There seems to be some confusion regarding the distinction between trade balance in goods and services (a typical macro variable of interest) and trade balance in goods (more commonly reported, but less and less relevant on its own as countries become more service intenstive). In order help remedy this confusion, I plot below freely and easily accessible data, for those willing to expend a few calories to click.
Figure 1: US-Canada bilateral trade balance (bold blue), and merchandise trade balance (red). NBER defined recession dates shaded gray. Source: BEA/BuCensus (Tables 3 and 6), NBER.
The Canadian estimate of the US-Canada deficit differs from the US along a variety of dimensions (definitions, coverage, etc.). A detailed discussion and reconciliation for 2010-2011 is provided in this 2013 BEA article, which deals (among other things) with re-exports. (Dean Baker deals discusses re-exports but not other aspects of reconciliation.)
Old Fogie Rant at 11:35
PMAM Pacific: People keep on asking me where the data are from, or for me to compile the relevant series and post the corresponding workfile or Excel file. If I had an RA for this blog, I would — but I don’t make any money off of this blog to fund such an enterprise — so here are some links where pretty much all the data I plot are from.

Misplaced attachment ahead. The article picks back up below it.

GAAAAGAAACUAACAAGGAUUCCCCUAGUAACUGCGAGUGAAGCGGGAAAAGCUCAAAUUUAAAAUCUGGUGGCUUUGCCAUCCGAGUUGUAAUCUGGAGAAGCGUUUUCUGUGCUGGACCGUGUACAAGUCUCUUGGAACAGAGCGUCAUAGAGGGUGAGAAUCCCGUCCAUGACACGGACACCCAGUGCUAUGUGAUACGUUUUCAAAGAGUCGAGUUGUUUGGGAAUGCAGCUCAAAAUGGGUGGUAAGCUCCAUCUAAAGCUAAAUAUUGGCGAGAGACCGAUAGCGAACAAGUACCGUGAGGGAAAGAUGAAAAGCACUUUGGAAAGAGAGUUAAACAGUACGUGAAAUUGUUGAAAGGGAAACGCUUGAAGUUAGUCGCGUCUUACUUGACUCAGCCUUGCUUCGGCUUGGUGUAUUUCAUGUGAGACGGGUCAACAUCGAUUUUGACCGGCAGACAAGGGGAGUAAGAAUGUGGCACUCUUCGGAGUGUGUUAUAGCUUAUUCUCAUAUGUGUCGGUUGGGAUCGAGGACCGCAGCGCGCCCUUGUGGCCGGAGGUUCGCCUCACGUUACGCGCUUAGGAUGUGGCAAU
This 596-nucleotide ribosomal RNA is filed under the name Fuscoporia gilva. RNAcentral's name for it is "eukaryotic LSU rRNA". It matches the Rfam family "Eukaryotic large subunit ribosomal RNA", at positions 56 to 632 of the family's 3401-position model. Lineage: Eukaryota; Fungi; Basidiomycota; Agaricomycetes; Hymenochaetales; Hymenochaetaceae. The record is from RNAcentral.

- St. Louis Fed economic database
- International Monetary Fund data page
- IMF World Economic Outlook Database Annual data, forecasts.
- World Bank Data bank
- Bank for International Settlements statistics page
- Bank for International Settlements Effective Exchange Rate Indices.
- Organization for Economic Cooperation and Development data page
- Congressional Budget Office (check Budget and Economic Outlooks.)
- Federal Reserve Board data page
- Economist Economic Indicators
- Economic Indicators Publication of CEA and Congressional Joint Economic Committee
- Bureau of Economic Analysis, Dept. of Commerce
- Bureau of the Census, Dept. of Commerce
- Bureau of Labor Statistics, Dept. of Labor
- Energy Information Agency, Dept. of Energy
- Economic Report of the President, various years. The Appendix of this annual publication contains about 70 tables of government economic data.
- NBER Data Specialized economic databases created by
economists associated with the National Bureau of Economic Research.
- Pacific Exchange Rate Service.
- Penn World Tables Annual GDP and other data for over a hundred countries, expressed in dollars, after adjusting for differing price levels.
- Economic Policy Uncertainty Indices of Baker, Bloom and Davis
- Census via International Trade AdministrationExports by state to world/countries, by nation to world/countries, by state, commodity to world/countries.
- Philadelphia Fed, coincident indices, leading indices.
- Survey of Professional Forecasters.